How to Design for Small Spaces: 8 Interior Design Concepts for Cruise Cabins
Understanding how to design for small spaces is one of a cruise interior designer’s many crucial tasks when creating onboard venues. Understandably, cruise ship real estate is limited, so maximising the existing space as effectively as possible is absolutely essential. To help the process along, we’ve put together eight handy interior design concepts ideal to make the most of small spaces, whether you’re designing for land or sea.
Inventive storage solutions
When it comes to designing for small spaces, secret storage is your best friend. Particularly in cruise cabins, space is limited so designers often hide storage in unexpected places. According to Cruise Critic, Disney Cruise Line ships feature ottomans that double up as storage compartments. Plus, there’s usually ample room allowed under the bed for additional items. These storage-focused design concepts mean guests won’t feel boxed in, even in the smallest of cabins.
Moveable and multipurpose furniture
While most furniture on cruise ships will be firmly bolted to the floor to avoid shifting during any rocky instances at sea, some furniture, such as beds, will be moveable. Additionally, most double beds in cabins can be separated and moved into different positions where space allows, meaning guests can configure the cabin to suit their unique needs. Luckily for cruise interior designers, marine interior suppliers continue to innovate the market with the introduction of multifunctional furniture, such as Morbid Line’s foldable furniture or Virgin Voyages’ configurable Seabed.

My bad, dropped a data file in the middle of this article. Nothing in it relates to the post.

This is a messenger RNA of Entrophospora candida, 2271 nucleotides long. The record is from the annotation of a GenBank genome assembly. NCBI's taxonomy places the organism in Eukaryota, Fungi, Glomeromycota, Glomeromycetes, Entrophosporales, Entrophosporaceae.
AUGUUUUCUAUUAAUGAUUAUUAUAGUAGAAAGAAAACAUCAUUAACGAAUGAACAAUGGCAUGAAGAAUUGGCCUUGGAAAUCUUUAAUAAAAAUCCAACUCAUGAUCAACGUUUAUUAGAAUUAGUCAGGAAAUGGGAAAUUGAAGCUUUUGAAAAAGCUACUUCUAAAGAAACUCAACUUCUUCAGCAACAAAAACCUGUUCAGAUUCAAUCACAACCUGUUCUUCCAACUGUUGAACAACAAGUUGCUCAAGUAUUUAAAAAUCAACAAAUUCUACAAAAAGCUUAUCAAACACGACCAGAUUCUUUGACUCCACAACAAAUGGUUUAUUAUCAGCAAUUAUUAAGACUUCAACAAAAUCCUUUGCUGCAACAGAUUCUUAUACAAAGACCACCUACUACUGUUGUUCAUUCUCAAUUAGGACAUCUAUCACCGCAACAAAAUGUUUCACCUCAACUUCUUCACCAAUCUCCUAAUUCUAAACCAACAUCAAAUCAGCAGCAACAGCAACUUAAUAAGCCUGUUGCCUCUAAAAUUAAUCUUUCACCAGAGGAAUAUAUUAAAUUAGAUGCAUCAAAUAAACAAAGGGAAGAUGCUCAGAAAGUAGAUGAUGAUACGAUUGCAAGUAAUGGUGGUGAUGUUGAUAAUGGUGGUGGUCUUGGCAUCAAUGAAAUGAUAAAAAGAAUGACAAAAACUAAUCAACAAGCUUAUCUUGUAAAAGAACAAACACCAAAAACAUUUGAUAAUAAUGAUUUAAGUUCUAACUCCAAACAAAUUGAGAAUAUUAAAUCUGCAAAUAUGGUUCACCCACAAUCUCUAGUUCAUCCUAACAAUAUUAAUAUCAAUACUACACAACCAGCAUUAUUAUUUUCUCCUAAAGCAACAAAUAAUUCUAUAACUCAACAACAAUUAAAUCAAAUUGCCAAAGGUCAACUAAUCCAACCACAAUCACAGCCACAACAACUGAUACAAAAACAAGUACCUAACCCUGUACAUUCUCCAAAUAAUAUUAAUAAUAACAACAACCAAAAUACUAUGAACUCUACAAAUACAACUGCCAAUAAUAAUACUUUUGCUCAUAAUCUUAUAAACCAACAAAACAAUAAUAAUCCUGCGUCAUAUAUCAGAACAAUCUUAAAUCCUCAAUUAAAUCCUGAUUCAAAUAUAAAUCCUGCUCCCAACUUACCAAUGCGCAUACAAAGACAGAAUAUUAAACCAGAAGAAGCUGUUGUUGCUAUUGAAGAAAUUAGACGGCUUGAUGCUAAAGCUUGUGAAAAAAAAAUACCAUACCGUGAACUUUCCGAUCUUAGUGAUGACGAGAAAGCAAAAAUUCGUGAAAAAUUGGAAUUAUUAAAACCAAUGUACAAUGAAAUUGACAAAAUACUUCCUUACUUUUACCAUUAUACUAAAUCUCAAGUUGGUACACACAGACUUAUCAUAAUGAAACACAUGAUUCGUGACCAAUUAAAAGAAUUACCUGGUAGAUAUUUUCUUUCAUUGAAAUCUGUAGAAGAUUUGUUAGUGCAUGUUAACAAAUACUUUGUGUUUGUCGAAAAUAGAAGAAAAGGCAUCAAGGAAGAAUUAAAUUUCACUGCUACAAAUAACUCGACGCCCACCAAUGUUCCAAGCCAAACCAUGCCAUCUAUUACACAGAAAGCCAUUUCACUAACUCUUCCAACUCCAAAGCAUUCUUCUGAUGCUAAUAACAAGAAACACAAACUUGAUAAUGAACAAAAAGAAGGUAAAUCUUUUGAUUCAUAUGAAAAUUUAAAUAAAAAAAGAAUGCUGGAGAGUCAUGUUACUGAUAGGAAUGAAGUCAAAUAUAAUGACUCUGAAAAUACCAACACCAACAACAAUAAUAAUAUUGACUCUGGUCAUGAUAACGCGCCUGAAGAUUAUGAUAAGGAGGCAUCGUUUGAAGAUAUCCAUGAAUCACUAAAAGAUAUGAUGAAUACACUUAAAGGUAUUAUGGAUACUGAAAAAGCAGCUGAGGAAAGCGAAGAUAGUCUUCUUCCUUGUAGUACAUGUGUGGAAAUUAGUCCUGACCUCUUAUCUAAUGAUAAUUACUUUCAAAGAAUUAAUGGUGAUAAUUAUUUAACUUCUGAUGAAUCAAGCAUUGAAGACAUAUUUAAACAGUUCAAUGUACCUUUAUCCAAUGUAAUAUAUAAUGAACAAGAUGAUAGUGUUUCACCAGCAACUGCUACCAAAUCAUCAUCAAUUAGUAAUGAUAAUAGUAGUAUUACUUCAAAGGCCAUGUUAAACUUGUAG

Make use of mirrors
One of the simpler interior design concepts to enact, introducing mirrors to a space can work wonders. When natural light is lacking, which it often is on cruise ships, (especially if you opt for an inside cabin), mirrors can make a room feel more spacious and light-filled than it is. Placing mirrors strategically around the room allows designers to manipulate light to ensure small spaces don’t feel claustrophobic.
Neutral colour palettes
The easiest way to make a small space feel smaller is to oppress it with dark colours. Using light, neutral colour palettes once again works to create a sense of lightness even where it’s naturally lacking. Designers can then incorporate a variety of textures to ensure the room doesn’t feel flat, while maximising the appearance of space.
In larger spaces such as lobbies and outdoor areas, designers can create “zones” to make the most of the space. Creating different atmospheres within the same space can make it feel larger when done properly, as well as serving a variety of needs in one space. Curtains, separators, and multipurpose furniture can act to divide an area, while still making use of the space in question.
Bigger is better
When designing for small spaces you might be tempted to fit in as many items as possible to make the most of your real estate. In contrast, using fewer but more substantial items to furnish a space will make the room feel grander. Additionally, big statement items in terms of décor (think art and fixtures) will help small spaces to pack a punch regardless of their size.
Level up your design
Often neglected, working your interior design concepts up a space’s wall is a great way to ensure you’re making the most of your space. Designing at different levels can transform small spaces. Instead of keeping all your furniture and décor at one height, design upwardly using wall-mounted items, bookshelves, and art. Designing at a higher level helps to draw the eye up, making use of the vertical space and thus making a room feel larger. A great example of “levelling up design” is AD Associates’ award-winning work on Crystal Cruises’ Crystal Symphony. The design studio used bespoke artwork in the ship’s Silk Kitchen & Bar to make the most of the venue’s wall space and the results were as impactful as you might expect.
Using glass is a great way to ensure spaces continue to be filled with light despite natural limitations. Using glass partitions, faux windows, and even sculptures made from glass will encourage a sense of spaciousness. Marine interior suppliers such as Galaxy Glass & Stone have seen the wonders glass panelling can do first-hand, pictured above on a currently confidential project.
To find out more about how to design for small spaces and designing for the cruise industry, join us at Cruise Ship Interiors Expo. Registration for our Miami event opens in December. Meanwhile, why not register to attend Cruise Ship Interiors Expo Europe?